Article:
Aquino risks China ire in talks on Spratlys
TOKYO—President Benigno Aquino III will seek the support of Prime Minister Yoshihiko Noda on Tuesday in a bid to resolve conflicting claims over the Spratlys that have provoked concern in Japan over freedom of navigation in a vital sea lane, officials said.
The issue will be among the key topics that Mr. Aquino, who is here on a four-day visit, will discuss with Noda, who took power earlier this month, in their one-on-one meeting at his official residence, the Kantei, at 6 p.m.
The two leaders will then sign a joint statement and address the media an hour later.
Foreign Affairs Secretary Albert del Rosario and Transportation Secretary Manuel Roxas II both downplayed the possibility that Manila’s decision to tackle territorial disputes in the West Philippine Sea (South China Sea) would anger Beijing.
China has maintained that it will discuss the dispute only in separate bilateral engagements with other countries, including the Philippines, that claim the Spratly Islands either in part or as a whole.
“There is mutual interest in terms of freedom of navigation. I think it’s in that context that there would be any discussion on the West Philippine Sea,” Del Rosario told the Inquirer.
Told about China’s preferred framework of negotiations, the foreign secretary said: “I think we have to deal with this problem in terms of promoting our national interest.”
Roxas maintained that the Philippines preferred that the issue be resolved peacefully and multilaterally.
“The position of our country is that there are many claimants. It can’t be that only two countries would talk about it,” he told reporters in Filipino.
Roxas said Japan’s main concern was “free passage,” noting that ships delivering imported oil from the Middle East pass through the area on their way to Japan.
“They are interested in the outcome of the negotiation on the West Philippine Sea,” he said. “That’s one of the topics that will be discussed, free maritime passage in the open seas.”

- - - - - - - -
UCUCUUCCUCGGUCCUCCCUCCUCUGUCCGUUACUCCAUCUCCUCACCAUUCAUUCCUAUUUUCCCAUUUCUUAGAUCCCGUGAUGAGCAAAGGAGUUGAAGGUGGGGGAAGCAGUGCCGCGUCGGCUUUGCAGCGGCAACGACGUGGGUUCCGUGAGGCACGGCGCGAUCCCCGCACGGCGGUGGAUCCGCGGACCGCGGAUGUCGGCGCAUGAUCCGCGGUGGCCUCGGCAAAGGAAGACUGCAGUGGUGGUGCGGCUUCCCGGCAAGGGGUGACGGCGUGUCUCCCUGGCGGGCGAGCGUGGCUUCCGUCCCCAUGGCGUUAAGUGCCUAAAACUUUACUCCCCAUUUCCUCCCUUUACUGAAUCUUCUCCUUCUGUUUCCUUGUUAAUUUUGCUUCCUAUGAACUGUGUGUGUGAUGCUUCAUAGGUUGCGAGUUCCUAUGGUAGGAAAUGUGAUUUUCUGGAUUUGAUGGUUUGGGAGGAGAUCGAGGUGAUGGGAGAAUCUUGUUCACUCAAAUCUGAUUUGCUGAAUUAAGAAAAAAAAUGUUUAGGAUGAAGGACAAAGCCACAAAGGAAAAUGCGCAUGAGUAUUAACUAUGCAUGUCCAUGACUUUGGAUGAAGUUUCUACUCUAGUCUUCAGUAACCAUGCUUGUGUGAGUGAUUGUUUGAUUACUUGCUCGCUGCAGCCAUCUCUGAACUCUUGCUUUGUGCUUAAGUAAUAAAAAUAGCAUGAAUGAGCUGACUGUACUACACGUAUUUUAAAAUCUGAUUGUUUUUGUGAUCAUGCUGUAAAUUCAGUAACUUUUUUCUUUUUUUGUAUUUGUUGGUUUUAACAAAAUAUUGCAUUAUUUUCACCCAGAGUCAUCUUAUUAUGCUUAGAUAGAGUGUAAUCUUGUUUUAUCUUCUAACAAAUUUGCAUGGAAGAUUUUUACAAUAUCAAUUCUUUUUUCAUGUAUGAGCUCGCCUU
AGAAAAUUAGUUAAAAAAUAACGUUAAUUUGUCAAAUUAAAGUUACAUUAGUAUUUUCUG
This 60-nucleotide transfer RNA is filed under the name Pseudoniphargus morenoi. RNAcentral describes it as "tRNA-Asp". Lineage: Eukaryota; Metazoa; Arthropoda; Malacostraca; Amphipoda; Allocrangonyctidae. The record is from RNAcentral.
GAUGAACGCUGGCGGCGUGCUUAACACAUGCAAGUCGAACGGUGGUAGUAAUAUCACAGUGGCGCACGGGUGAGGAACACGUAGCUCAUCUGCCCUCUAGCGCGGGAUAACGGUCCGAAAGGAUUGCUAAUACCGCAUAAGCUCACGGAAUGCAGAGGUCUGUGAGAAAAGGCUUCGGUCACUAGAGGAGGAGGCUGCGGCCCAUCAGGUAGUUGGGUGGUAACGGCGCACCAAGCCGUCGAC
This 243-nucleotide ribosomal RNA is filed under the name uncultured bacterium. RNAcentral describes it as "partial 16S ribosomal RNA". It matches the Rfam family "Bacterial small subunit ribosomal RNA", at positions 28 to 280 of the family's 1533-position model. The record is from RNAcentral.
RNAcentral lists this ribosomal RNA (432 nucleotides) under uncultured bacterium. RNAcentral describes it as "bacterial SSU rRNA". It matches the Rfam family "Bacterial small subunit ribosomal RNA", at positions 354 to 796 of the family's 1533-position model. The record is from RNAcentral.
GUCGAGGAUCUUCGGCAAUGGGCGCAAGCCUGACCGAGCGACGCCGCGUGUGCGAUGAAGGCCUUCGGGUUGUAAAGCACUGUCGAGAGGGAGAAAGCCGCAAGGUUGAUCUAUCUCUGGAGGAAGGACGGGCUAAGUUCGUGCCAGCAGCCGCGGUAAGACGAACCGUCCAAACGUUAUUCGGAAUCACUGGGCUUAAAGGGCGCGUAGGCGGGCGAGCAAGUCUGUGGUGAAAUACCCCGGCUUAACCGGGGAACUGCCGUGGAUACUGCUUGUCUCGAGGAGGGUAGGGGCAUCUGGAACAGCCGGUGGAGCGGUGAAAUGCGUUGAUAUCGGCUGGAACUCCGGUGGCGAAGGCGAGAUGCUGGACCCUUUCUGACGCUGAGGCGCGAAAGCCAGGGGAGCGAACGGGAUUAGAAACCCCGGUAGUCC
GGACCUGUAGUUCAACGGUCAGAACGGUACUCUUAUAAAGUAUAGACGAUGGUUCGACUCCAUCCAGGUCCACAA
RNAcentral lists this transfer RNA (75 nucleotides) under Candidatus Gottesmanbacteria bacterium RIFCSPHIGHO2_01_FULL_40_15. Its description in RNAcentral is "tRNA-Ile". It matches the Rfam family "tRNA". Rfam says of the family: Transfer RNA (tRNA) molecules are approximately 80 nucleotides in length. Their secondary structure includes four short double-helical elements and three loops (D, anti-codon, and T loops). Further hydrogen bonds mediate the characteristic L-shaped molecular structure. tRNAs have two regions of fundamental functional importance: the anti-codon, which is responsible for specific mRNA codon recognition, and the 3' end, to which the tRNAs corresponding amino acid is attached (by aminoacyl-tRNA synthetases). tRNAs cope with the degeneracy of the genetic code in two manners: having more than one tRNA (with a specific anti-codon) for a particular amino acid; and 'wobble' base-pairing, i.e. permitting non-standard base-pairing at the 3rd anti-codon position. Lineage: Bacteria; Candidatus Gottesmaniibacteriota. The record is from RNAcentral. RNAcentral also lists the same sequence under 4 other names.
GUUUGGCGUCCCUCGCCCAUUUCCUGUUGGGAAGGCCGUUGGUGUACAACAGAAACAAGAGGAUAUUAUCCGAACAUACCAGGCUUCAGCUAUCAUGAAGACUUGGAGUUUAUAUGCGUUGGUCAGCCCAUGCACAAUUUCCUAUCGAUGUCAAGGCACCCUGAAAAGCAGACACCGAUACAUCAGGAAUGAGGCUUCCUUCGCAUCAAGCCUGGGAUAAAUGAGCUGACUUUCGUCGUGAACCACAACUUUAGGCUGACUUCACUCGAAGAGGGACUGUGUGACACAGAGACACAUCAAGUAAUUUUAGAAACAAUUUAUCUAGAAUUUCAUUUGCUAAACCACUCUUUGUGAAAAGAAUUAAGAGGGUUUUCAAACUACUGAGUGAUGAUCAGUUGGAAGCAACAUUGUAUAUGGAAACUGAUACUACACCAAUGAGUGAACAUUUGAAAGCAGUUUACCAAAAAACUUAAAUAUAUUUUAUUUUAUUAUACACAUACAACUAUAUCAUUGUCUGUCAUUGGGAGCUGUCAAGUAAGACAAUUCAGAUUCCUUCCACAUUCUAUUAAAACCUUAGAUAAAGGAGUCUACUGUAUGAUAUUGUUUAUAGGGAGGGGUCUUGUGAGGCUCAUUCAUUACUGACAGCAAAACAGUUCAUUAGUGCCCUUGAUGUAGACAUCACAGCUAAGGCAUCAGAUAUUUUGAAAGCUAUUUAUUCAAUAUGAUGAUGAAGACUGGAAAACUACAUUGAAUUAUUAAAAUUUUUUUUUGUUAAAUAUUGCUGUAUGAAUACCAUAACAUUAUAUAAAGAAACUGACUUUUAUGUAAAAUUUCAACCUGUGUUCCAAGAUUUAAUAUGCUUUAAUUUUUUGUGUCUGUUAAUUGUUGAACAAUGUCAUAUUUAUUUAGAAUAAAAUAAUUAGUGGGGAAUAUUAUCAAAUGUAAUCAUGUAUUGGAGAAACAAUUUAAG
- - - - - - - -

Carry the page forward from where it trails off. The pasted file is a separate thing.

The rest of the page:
Prior to meeting with Noda, who will also host a dinner for Mr. Aquino Tuesday night, the President will meet separately with top Japanese business leaders.
A delegation of 41 Filipino businessmen is accompanying the President, including Ramon Ang of San Miguel Corp., Antonio Cojuangco of Directories Philippines Corp., Arthur de Guia of First Philippine Holdings, Antonio Abacan of Metrobank and Trust Co., and Isidro Aboitiz of Aboitiz Equity Ventures.
Not shopping for ally
Mr. Aquino is looking forward to bringing home a private investment package worth $1.1 billion, officials said. They said he was also expecting a 9-billion-yen loan from a global facility put up by Japan for disaster preparedness.
In Manila, presidential spokesperson Edwin Lacierda said Tokyo’s interest in freedom of movement in the vital waterway should not provoke Beijing.
“They are concerned with freedom of navigation. The products they import and the products they export pass through the West Philippine Sea. Hence, it’s a matter for them that West Philippine Sea remains open to navigation,” Lacierda told a briefing.
“We do not think so,” Lacierda said when asked if Japan’s interest would provoke China.
The Philippines and Japan are reportedly set to sign a military cooperation agreement Tuesday, but Malacañang could not confirm the report carried by the influential Japanese newspaper Nikkei.
“No,” Lacierda said when asked if the government was “shopping” for an ally. “We are merely stating that the West Philippine Sea remains open for navigation.”
He added: “Some of the Asean (Association of Southeast Asian Nations) members are on board. I think they are all in agreement that it requires a regional solution. As to the commitments, they still vary, but I think everybody agrees that it requires a regional solution.”
Shifting balance of power
Earlier this year, the Philippines and Vietnam protested China’s alleged incursions into areas that they believed were part of their territories and interventions in their explorations for oil and minerals.
The Spratlys, believed to be atop vast oil and gas reserves, and the Paracels are claimed in part or entirely by China, the Philippines, Vietnam, Malaysia, Brunei and Taiwan.
In a recent forum, Aileen Baviera, an Asian studies professor at the University of the Philippines, observed that a competition for maritime influence among the “big powers” was being played out in the Spratlys.
“Security affects all of us. The balance of power is shifting in the region with the rise of China and the decline of the US in terms of its political and economic influence in our part of the world. This in itself is raising concerns, worries,” Baviera said.
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